Despite his plea to go ahead, however, and his expressed beliefs that the BOCC could, in fact, go ahead with the project, the BOCC voted unanimously to reject further funding requests, claiming that landowners who had signed a letter of intent to allow the towers to be built on their land would still need to apply for special use permits and be reviewed by the Zoning Appeals Board (BZA), and that it there would be no time for this to be scheduled before the March 1 deadline.
A representative from the Custer County Economic Development Corp. refuted the claim that these processes were necessary since the county itself would own the towers.
Some community members have said there is no need to expand broadband coverage in the mountains due to the new Starlink satellite network being launched by Space X. In addition, critics of the local broadband tower project claim also that government subsidized internet is a waste of taxpayers money and that a free market company like Starlink is better. However, this statement is incorrect because Starlink and parent company Space X receive tens of billions of dollars in direct government grants and billions more in government contracts.
Additionally, Starlink technology is not yet widely available and remains an experimental network of low-latency low-orbit earth stations and satellites. In early February, 40 of the 49 newly launched satellites were damaged and crashed to earth after a geomagnetic storm.
It should be noted that Starlink is an experimental technology currently in beta testing. The concept of an Internet network in low orbit is not new. In 1998, Iridium, a company backed by Motorola, completed the launch of 66 satellites for voice and data communications. However, the price of telephone and data subscriptions proved to be too expensive except for large enterprises such as media and military users. A year into service, the company was forced to file for bankruptcy. At the time, it was one of the biggest bankruptcies in US history. The company emerged from bankruptcies and continued to serve large enterprises and geo-targeting, but never achieved the goal of global phone calls and internet service.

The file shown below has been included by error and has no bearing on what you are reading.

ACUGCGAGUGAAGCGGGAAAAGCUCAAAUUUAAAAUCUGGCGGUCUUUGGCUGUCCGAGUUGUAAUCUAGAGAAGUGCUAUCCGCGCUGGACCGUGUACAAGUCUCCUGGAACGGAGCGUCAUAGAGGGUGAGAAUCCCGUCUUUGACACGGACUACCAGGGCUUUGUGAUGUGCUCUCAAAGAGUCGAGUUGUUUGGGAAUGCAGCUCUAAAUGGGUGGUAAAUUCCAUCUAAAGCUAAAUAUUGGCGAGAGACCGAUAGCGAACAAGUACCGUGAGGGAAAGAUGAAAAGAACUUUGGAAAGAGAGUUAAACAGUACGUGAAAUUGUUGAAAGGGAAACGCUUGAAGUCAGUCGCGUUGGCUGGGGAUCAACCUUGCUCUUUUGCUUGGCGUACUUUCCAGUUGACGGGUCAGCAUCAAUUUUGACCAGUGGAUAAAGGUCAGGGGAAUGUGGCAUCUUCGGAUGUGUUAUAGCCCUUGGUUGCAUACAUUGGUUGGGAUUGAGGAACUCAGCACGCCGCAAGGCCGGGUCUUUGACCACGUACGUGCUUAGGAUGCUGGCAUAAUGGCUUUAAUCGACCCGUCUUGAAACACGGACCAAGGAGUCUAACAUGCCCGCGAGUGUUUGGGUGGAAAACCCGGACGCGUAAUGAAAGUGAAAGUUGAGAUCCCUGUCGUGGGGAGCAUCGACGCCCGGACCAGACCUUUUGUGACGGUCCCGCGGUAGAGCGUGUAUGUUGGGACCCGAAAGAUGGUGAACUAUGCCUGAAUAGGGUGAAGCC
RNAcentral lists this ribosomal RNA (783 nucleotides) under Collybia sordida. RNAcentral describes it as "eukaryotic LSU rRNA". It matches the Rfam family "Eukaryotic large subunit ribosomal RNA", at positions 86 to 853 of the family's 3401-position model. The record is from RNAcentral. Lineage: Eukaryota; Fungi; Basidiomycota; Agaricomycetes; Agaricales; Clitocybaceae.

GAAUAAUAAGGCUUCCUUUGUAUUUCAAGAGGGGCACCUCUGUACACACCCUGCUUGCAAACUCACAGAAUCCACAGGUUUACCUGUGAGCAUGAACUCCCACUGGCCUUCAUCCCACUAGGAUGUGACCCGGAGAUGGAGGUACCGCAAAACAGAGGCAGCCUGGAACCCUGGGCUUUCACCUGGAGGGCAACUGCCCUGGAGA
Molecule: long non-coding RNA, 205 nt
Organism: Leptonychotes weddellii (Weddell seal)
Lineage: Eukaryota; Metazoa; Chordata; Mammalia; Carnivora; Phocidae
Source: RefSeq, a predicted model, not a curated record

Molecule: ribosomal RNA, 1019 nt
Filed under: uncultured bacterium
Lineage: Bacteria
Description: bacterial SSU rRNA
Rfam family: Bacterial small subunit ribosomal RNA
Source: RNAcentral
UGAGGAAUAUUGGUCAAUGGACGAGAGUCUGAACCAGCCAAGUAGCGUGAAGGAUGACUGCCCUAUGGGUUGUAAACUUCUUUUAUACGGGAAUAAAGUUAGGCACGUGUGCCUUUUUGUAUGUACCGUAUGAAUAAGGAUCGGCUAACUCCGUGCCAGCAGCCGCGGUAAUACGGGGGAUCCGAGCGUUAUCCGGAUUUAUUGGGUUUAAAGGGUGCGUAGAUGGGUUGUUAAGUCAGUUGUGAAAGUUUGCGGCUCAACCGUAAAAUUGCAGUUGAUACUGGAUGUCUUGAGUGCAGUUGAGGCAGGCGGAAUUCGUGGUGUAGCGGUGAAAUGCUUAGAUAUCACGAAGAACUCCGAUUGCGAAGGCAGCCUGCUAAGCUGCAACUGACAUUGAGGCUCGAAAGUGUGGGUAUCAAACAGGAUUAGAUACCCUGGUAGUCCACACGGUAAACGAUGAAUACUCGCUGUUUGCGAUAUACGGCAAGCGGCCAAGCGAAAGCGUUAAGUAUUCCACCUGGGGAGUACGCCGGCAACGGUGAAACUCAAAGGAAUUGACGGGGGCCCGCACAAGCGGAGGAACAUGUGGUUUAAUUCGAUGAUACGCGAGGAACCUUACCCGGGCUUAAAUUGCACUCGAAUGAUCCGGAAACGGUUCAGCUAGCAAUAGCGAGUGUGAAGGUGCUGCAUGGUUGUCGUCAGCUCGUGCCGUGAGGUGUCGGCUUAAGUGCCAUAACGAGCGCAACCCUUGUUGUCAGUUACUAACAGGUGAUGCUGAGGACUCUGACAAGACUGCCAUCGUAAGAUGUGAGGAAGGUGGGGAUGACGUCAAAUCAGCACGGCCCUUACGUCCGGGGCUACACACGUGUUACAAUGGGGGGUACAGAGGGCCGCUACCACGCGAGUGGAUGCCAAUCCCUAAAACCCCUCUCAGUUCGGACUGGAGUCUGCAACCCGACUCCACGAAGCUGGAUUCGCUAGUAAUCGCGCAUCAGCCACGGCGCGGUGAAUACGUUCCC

At the same time Iridium was forming another company in low earth orbit, Globalstar backed by Loral and Qualcomm, was launched and placed 52 satellites in 2000. Due to the price, the company also filed for bankruptcy in 2002.
Both of these examples highlight the fact that Starlink has an uncertain future, and that betting on it locally to cover Custer County at such an early stage leaves huge uncertainties for future coverage. While the previous two companies have launched fewer than 77 satellites, Starlink had already launched 1,900 as of January 2022 and expects to have a total of more than 4,408 satellites completed in the first phase, with another 30,000 planned for the future (Note, there are other satellite companies such as HughesNet that offer satellite services that work well in Custer County. However, these services cannot provide low latency services for phone calls or meetings Zoom).
Other local broadband critics have cited maintenance costs that are too high for the county, but no such maintenance estimate has been provided in the past seven years by Custer County.
The Tribune will continue to investigate this story as further details of the project’s sudden halt are uncovered.
A press release from the BOCC was received by the Tribune on Tuesday noon and is published on page four of this edition.
–Elliot Jackson and Jordan Hedberg